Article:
Here in Utah, Pioneer day is July 24th, so I thought this might be a good time to mention some pioneer stories you could read with your family. Children are naturally curious about pioneers and the lives they lived. They often wonder what children in the past did for fun, what kind of food they ate, what kind of chores they did, and what their families were like.
One of the best ways to answer those questions and more is by reading historical fiction stories together. If your child is especially interested in pioneer girl stories, here are a few of the best.
It’s 1917 and 16-year-old Hattie Brooks has just inherited her uncle’s homesteading claim in Montana. Hattie, an orphan, decides she must make a home for herself and travels from Iowa to Montana to become Hattie Homesteader. Once there, she finds out that in order to keep the place, she must prove the claim with enough fencing and farming to satisfy government specifications. This is a great story with an amazing and determined character who will steal your heart.
Callie Vee Tate wants to be a naturalist and study science, but girls in 1899 didn’t become scientists. With the help of her grandfather she figures out why the yellow grasshoppers in her backyard are so much bigger than the green ones and she imagines a future much grander than a life spent in the kitchen making meals for her husband.
California doesn’t suit Lucy Whipple. She enjoys the comforts of her home in Massachusetts but moving out West was her mama’s dream and she finds herself, with her family, in California during the American Gold Rush. Lucy is suddenly thrown into back-breaking work, and worst of all, days with no books. But slowly Lucy begins to understand that home isn’t just where you live, it’s being around the things you love and the people you love.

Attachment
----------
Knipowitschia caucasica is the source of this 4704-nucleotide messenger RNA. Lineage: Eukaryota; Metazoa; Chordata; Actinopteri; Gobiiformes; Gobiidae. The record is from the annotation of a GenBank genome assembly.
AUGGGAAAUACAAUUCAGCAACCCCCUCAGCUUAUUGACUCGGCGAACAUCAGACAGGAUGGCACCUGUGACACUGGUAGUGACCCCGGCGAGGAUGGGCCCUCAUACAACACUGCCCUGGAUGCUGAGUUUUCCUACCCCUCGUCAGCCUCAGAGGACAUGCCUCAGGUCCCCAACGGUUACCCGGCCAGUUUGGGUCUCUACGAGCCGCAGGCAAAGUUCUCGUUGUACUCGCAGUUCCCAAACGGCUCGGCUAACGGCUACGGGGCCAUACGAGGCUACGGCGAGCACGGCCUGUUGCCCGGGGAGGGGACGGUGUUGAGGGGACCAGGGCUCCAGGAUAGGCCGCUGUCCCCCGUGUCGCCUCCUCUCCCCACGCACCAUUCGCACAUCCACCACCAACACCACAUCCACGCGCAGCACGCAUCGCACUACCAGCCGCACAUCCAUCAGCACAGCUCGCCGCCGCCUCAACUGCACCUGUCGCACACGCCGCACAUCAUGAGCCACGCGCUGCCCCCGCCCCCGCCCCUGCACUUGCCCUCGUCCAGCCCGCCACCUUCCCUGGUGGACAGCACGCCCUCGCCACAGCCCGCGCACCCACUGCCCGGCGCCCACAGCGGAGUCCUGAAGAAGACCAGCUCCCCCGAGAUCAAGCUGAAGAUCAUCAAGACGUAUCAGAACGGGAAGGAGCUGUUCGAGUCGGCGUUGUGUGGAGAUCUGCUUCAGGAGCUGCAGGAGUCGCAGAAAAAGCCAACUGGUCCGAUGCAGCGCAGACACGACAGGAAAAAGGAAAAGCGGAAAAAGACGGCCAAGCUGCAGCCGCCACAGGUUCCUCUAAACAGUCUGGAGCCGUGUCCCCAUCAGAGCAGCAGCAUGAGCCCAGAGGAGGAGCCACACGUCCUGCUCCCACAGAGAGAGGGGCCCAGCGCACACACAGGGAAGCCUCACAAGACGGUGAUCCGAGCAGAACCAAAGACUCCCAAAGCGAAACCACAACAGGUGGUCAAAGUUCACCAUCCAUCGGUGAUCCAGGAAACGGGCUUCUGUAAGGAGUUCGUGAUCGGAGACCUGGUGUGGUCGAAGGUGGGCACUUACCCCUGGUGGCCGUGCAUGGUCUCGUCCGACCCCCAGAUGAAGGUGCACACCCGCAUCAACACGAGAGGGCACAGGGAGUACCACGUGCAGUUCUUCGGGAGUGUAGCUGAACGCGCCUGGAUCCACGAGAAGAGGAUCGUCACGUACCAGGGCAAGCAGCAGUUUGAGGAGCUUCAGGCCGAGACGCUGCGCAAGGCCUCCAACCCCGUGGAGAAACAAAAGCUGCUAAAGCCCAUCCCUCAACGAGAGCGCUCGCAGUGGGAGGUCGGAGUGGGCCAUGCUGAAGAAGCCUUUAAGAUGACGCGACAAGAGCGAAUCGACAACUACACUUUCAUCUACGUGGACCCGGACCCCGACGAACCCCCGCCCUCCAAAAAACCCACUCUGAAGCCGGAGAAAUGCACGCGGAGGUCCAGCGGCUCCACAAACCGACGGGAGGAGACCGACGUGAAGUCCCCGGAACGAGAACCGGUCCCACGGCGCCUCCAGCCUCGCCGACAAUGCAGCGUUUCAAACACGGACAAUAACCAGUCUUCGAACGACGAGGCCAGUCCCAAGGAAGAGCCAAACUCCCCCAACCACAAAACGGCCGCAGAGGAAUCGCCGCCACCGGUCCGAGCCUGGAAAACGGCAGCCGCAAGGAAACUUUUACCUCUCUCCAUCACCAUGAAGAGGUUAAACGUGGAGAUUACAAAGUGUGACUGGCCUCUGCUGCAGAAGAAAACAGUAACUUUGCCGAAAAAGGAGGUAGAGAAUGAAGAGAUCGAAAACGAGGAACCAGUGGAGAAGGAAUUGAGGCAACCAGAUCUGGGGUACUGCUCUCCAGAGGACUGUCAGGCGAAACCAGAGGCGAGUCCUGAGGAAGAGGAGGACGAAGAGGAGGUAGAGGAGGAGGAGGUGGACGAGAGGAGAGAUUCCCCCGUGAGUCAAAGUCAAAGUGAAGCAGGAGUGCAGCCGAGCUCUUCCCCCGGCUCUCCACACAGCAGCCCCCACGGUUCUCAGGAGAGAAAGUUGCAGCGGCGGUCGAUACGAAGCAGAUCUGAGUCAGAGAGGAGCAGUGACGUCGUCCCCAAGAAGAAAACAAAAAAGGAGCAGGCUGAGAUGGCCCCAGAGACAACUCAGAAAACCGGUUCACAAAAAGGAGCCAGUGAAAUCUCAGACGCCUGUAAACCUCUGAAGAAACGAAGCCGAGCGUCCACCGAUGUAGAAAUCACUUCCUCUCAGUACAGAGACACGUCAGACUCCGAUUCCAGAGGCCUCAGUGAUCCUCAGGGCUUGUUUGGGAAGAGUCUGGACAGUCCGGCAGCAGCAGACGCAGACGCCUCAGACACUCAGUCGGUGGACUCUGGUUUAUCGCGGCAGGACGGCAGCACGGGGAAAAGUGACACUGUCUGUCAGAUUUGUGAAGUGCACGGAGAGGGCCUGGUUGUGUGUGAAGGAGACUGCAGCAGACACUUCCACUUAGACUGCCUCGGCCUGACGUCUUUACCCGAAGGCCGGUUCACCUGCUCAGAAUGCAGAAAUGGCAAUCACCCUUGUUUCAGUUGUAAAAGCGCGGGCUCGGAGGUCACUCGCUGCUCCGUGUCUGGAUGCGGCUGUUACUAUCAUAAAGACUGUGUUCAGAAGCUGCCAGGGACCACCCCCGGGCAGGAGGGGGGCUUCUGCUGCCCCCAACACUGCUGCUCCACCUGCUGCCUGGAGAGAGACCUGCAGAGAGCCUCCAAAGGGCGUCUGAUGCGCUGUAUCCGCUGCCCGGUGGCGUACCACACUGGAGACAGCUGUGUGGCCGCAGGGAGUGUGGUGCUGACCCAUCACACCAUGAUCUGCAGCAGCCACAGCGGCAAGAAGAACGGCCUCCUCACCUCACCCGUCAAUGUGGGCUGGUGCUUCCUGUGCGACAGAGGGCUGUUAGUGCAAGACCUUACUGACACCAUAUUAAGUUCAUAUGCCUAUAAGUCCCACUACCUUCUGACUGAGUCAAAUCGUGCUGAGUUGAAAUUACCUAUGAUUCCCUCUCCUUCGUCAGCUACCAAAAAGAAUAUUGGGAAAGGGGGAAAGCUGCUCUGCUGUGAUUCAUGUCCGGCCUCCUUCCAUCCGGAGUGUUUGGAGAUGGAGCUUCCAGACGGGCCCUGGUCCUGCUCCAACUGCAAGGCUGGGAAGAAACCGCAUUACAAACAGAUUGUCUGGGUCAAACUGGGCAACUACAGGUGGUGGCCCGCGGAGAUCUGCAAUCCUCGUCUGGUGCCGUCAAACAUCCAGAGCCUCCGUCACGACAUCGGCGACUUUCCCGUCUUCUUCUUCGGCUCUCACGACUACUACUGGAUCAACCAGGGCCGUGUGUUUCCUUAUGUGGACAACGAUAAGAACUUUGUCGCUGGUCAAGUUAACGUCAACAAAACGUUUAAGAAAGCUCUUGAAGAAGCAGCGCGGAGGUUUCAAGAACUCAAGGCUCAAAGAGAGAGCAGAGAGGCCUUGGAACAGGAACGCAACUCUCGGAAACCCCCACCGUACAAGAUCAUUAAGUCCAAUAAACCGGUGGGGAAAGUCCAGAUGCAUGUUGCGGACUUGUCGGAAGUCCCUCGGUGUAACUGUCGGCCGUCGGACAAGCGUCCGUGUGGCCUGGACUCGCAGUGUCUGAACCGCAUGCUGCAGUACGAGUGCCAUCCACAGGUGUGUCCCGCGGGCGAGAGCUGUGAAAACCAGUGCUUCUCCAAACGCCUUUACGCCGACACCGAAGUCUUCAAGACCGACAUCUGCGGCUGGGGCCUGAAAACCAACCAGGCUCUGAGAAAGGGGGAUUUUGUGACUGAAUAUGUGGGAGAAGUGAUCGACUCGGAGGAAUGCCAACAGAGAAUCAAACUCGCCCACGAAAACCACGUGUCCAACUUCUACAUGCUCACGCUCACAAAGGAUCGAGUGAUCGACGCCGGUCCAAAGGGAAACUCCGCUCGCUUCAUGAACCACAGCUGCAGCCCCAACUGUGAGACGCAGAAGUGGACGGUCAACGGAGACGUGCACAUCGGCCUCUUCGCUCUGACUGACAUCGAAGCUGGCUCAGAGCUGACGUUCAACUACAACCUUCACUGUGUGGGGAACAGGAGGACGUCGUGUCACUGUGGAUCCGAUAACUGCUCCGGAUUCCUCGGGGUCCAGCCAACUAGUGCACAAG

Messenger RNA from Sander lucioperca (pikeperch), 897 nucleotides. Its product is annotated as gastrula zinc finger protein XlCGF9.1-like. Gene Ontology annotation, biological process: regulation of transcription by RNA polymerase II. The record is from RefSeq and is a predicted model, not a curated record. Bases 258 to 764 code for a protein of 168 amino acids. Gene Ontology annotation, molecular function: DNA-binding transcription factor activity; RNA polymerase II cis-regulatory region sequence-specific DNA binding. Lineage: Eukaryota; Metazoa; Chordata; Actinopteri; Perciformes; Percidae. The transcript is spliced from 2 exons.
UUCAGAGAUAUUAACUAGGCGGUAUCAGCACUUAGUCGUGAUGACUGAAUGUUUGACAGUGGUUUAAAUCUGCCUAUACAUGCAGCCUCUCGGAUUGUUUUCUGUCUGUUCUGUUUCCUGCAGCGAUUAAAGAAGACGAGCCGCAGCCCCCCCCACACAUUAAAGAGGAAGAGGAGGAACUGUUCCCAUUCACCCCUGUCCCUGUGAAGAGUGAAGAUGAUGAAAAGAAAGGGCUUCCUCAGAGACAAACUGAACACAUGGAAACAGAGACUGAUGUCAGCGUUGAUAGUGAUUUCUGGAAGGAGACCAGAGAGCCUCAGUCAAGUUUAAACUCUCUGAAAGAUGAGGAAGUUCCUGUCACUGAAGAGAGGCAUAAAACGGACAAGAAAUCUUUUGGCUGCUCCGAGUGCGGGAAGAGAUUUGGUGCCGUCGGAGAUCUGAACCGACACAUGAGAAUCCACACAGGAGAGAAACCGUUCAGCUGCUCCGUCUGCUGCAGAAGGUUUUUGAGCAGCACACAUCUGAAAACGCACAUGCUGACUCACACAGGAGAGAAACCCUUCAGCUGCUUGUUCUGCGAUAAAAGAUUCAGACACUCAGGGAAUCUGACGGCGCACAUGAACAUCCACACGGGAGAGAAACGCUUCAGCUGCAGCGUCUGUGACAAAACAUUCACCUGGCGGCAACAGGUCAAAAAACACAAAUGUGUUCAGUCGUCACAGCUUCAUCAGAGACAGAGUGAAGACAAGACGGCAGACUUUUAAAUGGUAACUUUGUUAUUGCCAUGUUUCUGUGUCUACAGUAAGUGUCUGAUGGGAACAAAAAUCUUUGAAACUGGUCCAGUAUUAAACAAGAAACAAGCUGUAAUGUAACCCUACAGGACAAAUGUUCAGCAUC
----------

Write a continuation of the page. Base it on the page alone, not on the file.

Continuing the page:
Written in verse, this is a beautiful story about a strong new heroine who is determined to find her way home again. May is helping out on a neighbor’s homestead in Kansas until Christmas. But when the couple she is staying with disappears, May finds herself all alone in a blizzard. She must somehow find a way to make the fifteen-mile journey back home.
Inspired by the diaries of her great-aunt, the real May Amelia, Jennifer Holm gives us a beautifulll crafted tale of one young girl whose unique spirit captures the courage, humor, passion and depth of the American pioneer experience. May Amelia will touch your heart.
This is a story about a young girl who has to make her own place in the world. Caddie is living on the open plains of 1860 Wisconsin with her family. She isn’t your ordinary girl who likes to spend time sewing and baking like her sisters. Caddie is a bit of a tomboy and would rather hunt, swim or visit the Native Americans. This is a look into her life as a young pioneer girl.